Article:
Small Beast continues next Monday, July 6 with Wallfisch, Spottiswoode and Pete Galub; Beren plays goth night at the Slipper Room on September 20; Flynn is at Sidewalk on July 14 at 8.

June 30, 2009 Posted by | Live Events, Music, music, concert, New York City, review, Reviews, small beast | , , , , , , , , , , , , , , , , , , , , , , , , , , , , | Leave a comment

Concert Review: Paul Wallfisch, Vera Beren’s Gothic Chamber Blues Ensemble, Spottiswoode and Steve Wynn at the Delancey, NYC 4/30/09

An appropriate way to end a grade-A grey day, to steal a phrase from the Wade Schuman songbook. This being a Thursday, that meant Small Beast, Botanica frontman Paul Wallfisch’s weekly upstairs show at the Delancey and this was the best ever, no question, in fact arguably the best show of the year so far. Maybe because the quality of the talent on the bill was so obscene, Wallfisch brought his A-game – not that he doesn’t typically put on a good show, but one of the reasons the Beast came to exist was to give him a chance to work out new material solo on piano in a live setting. Consequently, sometimes his set is more akin to a view of an artist’s studio rather than a gallery view of the finished product. Finished or not, the songs resonated with characteristic noir glimmer: the savagely beautiful Botanica concert favorite Three Women; a new one, Waits-ish and gospel-inflected; a towering, majestic new 6/8 ballad that could be the band’s Eldorado; a super-fast romp through the Little Annie noir cabaret hit Because You’re Gone and then the Botanica show-closer, How, a galloping, unstoppable gypsy caravan blazing with torrents of piano and eventually a satirical Riders on the Storm quote, held on a steady course by Linda Pitmon (the best rock drummer on the planet, from Steve Wynn’s band) on tambourine.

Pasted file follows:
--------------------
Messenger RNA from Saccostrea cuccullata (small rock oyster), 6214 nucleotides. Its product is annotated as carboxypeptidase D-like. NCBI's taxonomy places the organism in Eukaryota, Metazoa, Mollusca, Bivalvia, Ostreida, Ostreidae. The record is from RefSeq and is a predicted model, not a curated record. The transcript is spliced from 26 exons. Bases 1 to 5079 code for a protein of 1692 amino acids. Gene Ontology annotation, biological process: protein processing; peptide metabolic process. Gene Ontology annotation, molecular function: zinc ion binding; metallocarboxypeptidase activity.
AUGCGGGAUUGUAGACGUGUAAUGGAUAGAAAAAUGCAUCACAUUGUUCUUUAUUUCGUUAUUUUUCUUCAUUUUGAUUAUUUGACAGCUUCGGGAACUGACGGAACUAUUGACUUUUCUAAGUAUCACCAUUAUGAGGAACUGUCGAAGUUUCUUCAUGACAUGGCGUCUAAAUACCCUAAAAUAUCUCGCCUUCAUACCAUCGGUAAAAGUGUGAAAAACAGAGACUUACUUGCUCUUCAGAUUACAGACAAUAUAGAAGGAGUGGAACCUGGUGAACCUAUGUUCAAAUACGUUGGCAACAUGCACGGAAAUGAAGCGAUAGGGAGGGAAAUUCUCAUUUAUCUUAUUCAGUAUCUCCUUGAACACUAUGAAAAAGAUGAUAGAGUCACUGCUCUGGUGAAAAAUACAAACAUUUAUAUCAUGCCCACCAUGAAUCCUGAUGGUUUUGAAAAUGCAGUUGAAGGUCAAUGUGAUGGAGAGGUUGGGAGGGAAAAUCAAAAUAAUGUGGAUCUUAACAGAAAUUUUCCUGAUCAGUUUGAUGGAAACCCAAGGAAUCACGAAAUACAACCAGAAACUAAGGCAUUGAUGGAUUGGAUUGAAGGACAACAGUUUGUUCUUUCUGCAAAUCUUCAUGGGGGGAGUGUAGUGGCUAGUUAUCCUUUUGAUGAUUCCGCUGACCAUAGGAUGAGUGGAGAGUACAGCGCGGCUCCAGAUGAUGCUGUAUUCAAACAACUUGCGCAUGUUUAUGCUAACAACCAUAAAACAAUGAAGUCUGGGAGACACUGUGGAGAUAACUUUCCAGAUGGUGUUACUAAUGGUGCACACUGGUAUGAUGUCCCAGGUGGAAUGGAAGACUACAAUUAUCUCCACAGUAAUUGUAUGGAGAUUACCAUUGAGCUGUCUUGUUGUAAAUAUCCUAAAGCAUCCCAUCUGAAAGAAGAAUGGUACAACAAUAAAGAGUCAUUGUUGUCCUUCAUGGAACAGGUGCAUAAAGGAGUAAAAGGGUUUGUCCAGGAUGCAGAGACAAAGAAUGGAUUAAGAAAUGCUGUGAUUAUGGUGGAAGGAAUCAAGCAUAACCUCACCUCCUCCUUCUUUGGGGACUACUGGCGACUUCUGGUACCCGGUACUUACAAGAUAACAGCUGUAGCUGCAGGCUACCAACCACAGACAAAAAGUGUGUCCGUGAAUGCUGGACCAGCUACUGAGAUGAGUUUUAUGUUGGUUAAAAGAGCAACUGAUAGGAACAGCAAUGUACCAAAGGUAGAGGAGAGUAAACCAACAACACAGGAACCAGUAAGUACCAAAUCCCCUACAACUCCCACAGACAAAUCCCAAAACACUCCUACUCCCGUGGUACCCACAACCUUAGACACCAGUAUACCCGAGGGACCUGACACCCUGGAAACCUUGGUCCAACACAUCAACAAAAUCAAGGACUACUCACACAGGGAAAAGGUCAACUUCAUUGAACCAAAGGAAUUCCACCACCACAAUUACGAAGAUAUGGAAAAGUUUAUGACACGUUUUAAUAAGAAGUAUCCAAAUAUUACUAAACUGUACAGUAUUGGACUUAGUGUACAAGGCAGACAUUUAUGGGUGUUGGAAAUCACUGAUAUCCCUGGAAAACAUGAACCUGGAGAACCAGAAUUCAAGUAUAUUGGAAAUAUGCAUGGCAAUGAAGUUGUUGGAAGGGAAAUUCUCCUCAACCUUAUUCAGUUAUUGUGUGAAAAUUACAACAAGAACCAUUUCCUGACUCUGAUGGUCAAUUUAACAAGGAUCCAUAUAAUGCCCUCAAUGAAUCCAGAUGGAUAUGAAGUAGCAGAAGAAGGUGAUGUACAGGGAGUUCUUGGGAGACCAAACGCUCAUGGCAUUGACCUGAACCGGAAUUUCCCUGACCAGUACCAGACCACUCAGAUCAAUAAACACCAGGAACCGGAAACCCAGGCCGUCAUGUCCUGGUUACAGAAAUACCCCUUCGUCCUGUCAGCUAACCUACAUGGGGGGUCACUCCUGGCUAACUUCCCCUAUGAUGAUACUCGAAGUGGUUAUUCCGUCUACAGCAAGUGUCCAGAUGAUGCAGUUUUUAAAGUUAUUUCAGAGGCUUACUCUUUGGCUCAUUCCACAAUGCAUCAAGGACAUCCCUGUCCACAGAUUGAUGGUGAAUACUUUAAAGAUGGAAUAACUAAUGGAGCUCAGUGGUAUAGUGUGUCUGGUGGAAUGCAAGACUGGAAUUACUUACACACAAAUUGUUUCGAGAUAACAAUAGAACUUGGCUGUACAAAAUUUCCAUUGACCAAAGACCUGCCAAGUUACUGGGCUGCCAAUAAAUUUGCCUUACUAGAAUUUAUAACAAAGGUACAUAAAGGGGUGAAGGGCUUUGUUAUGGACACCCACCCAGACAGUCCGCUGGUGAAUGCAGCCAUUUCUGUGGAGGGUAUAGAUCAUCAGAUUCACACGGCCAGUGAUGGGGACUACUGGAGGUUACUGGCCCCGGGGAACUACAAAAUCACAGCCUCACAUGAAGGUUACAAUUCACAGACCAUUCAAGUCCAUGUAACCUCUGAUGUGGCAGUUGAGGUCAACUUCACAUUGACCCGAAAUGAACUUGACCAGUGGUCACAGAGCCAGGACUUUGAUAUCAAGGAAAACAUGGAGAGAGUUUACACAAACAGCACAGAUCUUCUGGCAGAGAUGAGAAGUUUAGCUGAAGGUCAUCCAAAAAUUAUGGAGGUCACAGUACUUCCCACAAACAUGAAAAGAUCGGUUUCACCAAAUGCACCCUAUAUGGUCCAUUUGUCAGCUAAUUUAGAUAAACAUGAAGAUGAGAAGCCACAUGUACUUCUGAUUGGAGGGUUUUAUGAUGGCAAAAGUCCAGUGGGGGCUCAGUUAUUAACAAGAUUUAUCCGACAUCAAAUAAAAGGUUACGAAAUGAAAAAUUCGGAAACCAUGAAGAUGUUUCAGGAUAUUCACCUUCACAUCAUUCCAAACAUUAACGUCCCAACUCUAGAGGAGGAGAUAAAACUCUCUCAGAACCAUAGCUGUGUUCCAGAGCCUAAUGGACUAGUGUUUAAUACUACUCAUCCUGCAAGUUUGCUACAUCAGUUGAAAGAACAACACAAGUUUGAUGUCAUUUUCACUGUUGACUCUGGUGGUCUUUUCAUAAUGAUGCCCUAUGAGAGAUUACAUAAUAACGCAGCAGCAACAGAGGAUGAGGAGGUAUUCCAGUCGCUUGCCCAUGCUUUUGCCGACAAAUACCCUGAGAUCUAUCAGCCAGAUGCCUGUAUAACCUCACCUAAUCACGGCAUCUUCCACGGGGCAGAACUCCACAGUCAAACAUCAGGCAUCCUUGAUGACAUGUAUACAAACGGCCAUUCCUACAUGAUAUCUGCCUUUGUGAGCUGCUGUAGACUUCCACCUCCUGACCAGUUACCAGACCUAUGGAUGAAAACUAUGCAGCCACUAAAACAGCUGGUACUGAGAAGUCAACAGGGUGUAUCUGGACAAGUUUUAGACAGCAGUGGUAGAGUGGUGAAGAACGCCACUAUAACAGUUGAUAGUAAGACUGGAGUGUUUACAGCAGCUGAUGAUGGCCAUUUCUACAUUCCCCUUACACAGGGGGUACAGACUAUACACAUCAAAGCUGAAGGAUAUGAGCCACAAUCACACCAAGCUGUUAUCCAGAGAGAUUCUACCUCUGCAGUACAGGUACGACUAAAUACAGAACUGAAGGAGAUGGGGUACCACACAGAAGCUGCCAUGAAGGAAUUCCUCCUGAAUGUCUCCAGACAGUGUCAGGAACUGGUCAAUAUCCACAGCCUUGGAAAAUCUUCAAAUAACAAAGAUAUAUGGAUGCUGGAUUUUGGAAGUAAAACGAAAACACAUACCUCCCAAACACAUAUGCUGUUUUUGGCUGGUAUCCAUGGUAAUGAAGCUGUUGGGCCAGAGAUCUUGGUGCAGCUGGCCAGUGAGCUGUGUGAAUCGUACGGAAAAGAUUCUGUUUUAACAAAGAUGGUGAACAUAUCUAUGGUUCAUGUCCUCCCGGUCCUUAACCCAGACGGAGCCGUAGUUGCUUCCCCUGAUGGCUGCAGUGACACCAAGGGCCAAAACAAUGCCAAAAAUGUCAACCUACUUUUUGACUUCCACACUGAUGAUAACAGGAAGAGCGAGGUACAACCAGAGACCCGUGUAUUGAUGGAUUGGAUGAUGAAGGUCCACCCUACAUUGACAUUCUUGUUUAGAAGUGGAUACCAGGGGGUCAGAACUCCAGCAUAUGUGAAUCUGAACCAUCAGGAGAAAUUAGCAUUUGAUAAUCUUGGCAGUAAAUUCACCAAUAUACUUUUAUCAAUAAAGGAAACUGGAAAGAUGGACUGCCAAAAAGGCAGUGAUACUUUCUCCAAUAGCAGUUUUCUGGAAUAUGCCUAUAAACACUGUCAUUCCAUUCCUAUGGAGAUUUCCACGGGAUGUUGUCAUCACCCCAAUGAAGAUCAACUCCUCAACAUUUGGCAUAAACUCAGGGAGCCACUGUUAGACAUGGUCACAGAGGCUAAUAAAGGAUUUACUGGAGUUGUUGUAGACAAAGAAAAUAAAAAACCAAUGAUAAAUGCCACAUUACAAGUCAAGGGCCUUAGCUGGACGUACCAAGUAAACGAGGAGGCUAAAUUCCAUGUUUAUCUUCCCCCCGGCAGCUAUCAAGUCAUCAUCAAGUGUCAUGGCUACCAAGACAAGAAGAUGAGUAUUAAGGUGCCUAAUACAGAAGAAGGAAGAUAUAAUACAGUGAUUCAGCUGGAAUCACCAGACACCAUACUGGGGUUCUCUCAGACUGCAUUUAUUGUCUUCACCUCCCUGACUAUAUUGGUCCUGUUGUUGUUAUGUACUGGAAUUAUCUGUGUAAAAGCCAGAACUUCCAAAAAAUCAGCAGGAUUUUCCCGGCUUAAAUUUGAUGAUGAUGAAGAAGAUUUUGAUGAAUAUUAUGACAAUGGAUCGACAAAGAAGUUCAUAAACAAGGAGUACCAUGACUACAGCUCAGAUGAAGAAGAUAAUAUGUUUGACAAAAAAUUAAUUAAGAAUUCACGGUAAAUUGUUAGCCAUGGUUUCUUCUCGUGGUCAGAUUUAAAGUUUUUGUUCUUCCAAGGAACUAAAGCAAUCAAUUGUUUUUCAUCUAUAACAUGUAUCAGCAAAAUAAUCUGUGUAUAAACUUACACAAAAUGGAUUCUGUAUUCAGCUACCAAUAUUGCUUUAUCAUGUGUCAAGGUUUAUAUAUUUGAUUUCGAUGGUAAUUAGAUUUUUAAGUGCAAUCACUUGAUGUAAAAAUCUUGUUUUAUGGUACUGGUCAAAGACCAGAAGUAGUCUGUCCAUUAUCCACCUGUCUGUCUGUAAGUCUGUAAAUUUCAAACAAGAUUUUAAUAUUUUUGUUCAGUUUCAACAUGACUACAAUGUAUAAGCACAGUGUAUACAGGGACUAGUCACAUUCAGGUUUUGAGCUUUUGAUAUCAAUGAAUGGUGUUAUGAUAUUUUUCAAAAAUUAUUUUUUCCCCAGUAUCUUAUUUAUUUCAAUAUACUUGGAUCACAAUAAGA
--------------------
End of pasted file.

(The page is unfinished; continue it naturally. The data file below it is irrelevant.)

Vera Beren’s Gothic Chamber Blues Ensemble was next, the band spilling over onto the floor in front of the stage. Their name is well chosen. There was an offhandedly menacing look to the whole black-clad crew, and they were tight beyond belief, their bluesiness most vividly visible in their dramatic, stately noir cabaret numbers. With roaring, punk-inflected guitar, keyboards, rhythm section and guest accordionist Marni Rice supplying the night’s most haunting tonalities behind her, Beren was an avenging angel. Her powerful, anguished contralto wail going full throttle, she radiated intensity throughout a ferocious 45 minutes of big anthems, mostly in 6/8 time. “I’ve seen the lights beyond, I’ve seen the lights that could have gone on if I’d demanded,” she reflected with a passion only enhanced by longing and regret. The high point of her set was the relentlessly haunting gypsy vamp The Nod, her keyboardist opening the song with a murky Balkan trombone riff. Beren opened and closed the set at the piano, playing with a restrained savagery. But it was Rice who stole the show, her wrenchingly sad, poignant tones a stark contrast with Beren’s righteous wrath.